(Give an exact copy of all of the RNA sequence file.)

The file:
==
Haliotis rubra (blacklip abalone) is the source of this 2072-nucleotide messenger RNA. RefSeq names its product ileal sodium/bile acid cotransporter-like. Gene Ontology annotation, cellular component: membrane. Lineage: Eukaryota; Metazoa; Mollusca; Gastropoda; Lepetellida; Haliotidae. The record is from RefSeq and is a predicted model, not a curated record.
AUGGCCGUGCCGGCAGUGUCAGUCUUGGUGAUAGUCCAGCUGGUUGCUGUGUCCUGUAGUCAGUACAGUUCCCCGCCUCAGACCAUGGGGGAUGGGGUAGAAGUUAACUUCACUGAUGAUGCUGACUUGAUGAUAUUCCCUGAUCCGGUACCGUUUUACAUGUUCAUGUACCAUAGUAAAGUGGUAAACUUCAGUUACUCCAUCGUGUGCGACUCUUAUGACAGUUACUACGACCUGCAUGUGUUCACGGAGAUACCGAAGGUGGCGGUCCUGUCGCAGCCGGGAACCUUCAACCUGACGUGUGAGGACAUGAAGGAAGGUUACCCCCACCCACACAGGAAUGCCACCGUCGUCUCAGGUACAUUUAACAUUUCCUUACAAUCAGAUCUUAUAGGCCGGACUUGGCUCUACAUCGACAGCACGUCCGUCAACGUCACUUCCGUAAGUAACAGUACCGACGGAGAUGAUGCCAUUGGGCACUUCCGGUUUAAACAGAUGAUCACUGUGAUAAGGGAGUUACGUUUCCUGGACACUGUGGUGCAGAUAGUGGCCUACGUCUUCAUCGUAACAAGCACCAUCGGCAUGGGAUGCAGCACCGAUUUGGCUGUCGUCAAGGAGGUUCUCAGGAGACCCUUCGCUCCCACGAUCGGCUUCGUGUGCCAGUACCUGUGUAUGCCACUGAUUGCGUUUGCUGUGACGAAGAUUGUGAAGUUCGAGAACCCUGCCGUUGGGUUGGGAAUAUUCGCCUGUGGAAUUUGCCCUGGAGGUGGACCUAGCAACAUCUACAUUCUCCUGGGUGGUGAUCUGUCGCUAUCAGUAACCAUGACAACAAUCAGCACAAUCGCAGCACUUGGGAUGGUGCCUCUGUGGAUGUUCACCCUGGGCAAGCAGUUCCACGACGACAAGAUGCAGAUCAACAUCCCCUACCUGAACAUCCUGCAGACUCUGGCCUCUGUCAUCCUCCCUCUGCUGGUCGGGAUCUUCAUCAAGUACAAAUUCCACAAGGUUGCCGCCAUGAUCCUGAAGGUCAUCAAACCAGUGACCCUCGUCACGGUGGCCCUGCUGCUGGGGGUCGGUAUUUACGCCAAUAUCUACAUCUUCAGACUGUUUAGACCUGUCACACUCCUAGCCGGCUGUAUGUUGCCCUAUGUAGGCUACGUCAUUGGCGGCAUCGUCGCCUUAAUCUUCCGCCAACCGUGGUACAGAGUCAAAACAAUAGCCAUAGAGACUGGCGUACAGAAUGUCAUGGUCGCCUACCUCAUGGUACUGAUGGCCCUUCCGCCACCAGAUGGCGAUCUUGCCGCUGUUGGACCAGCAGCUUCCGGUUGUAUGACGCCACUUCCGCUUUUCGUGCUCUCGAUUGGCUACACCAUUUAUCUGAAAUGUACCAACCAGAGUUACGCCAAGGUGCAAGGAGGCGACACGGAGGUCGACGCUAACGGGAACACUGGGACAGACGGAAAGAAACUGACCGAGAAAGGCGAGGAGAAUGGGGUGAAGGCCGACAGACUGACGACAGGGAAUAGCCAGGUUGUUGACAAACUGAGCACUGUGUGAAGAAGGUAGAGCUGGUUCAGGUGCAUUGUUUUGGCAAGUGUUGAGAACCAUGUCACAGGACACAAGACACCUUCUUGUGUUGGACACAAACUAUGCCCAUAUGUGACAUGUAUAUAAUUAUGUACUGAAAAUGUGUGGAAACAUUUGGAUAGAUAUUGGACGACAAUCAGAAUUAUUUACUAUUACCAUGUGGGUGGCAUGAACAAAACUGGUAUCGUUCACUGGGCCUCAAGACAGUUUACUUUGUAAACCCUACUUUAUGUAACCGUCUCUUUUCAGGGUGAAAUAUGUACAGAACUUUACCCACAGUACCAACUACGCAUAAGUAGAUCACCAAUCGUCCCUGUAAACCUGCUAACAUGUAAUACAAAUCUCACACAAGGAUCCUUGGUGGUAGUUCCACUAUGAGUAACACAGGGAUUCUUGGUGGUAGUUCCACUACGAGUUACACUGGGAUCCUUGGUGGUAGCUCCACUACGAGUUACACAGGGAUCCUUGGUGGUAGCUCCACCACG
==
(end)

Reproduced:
Haliotis rubra (blacklip abalone) is the source of this 2072-nucleotide messenger RNA. RefSeq names its product ileal sodium/bile acid cotransporter-like. Gene Ontology annotation, cellular component: membrane. Lineage: Eukaryota; Metazoa; Mollusca; Gastropoda; Lepetellida; Haliotidae. The record is from RefSeq and is a predicted model, not a curated record.
AUGGCCGUGCCGGCAGUGUCAGUCUUGGUGAUAGUCCAGCUGGUUGCUGUGUCCUGUAGUCAGUACAGUUCCCCGCCUCAGACCAUGGGGGAUGGGGUAGAAGUUAACUUCACUGAUGAUGCUGACUUGAUGAUAUUCCCUGAUCCGGUACCGUUUUACAUGUUCAUGUACCAUAGUAAAGUGGUAAACUUCAGUUACUCCAUCGUGUGCGACUCUUAUGACAGUUACUACGACCUGCAUGUGUUCACGGAGAUACCGAAGGUGGCGGUCCUGUCGCAGCCGGGAACCUUCAACCUGACGUGUGAGGACAUGAAGGAAGGUUACCCCCACCCACACAGGAAUGCCACCGUCGUCUCAGGUACAUUUAACAUUUCCUUACAAUCAGAUCUUAUAGGCCGGACUUGGCUCUACAUCGACAGCACGUCCGUCAACGUCACUUCCGUAAGUAACAGUACCGACGGAGAUGAUGCCAUUGGGCACUUCCGGUUUAAACAGAUGAUCACUGUGAUAAGGGAGUUACGUUUCCUGGACACUGUGGUGCAGAUAGUGGCCUACGUCUUCAUCGUAACAAGCACCAUCGGCAUGGGAUGCAGCACCGAUUUGGCUGUCGUCAAGGAGGUUCUCAGGAGACCCUUCGCUCCCACGAUCGGCUUCGUGUGCCAGUACCUGUGUAUGCCACUGAUUGCGUUUGCUGUGACGAAGAUUGUGAAGUUCGAGAACCCUGCCGUUGGGUUGGGAAUAUUCGCCUGUGGAAUUUGCCCUGGAGGUGGACCUAGCAACAUCUACAUUCUCCUGGGUGGUGAUCUGUCGCUAUCAGUAACCAUGACAACAAUCAGCACAAUCGCAGCACUUGGGAUGGUGCCUCUGUGGAUGUUCACCCUGGGCAAGCAGUUCCACGACGACAAGAUGCAGAUCAACAUCCCCUACCUGAACAUCCUGCAGACUCUGGCCUCUGUCAUCCUCCCUCUGCUGGUCGGGAUCUUCAUCAAGUACAAAUUCCACAAGGUUGCCGCCAUGAUCCUGAAGGUCAUCAAACCAGUGACCCUCGUCACGGUGGCCCUGCUGCUGGGGGUCGGUAUUUACGCCAAUAUCUACAUCUUCAGACUGUUUAGACCUGUCACACUCCUAGCCGGCUGUAUGUUGCCCUAUGUAGGCUACGUCAUUGGCGGCAUCGUCGCCUUAAUCUUCCGCCAACCGUGGUACAGAGUCAAAACAAUAGCCAUAGAGACUGGCGUACAGAAUGUCAUGGUCGCCUACCUCAUGGUACUGAUGGCCCUUCCGCCACCAGAUGGCGAUCUUGCCGCUGUUGGACCAGCAGCUUCCGGUUGUAUGACGCCACUUCCGCUUUUCGUGCUCUCGAUUGGCUACACCAUUUAUCUGAAAUGUACCAACCAGAGUUACGCCAAGGUGCAAGGAGGCGACACGGAGGUCGACGCUAACGGGAACACUGGGACAGACGGAAAGAAACUGACCGAGAAAGGCGAGGAGAAUGGGGUGAAGGCCGACAGACUGACGACAGGGAAUAGCCAGGUUGUUGACAAACUGAGCACUGUGUGAAGAAGGUAGAGCUGGUUCAGGUGCAUUGUUUUGGCAAGUGUUGAGAACCAUGUCACAGGACACAAGACACCUUCUUGUGUUGGACACAAACUAUGCCCAUAUGUGACAUGUAUAUAAUUAUGUACUGAAAAUGUGUGGAAACAUUUGGAUAGAUAUUGGACGACAAUCAGAAUUAUUUACUAUUACCAUGUGGGUGGCAUGAACAAAACUGGUAUCGUUCACUGGGCCUCAAGACAGUUUACUUUGUAAACCCUACUUUAUGUAACCGUCUCUUUUCAGGGUGAAAUAUGUACAGAACUUUACCCACAGUACCAACUACGCAUAAGUAGAUCACCAAUCGUCCCUGUAAACCUGCUAACAUGUAAUACAAAUCUCACACAAGGAUCCUUGGUGGUAGUUCCACUAUGAGUAACACAGGGAUUCUUGGUGGUAGUUCCACUACGAGUUACACUGGGAUCCUUGGUGGUAGCUCCACUACGAGUUACACAGGGAUCCUUGGUGGUAGCUCCACCACG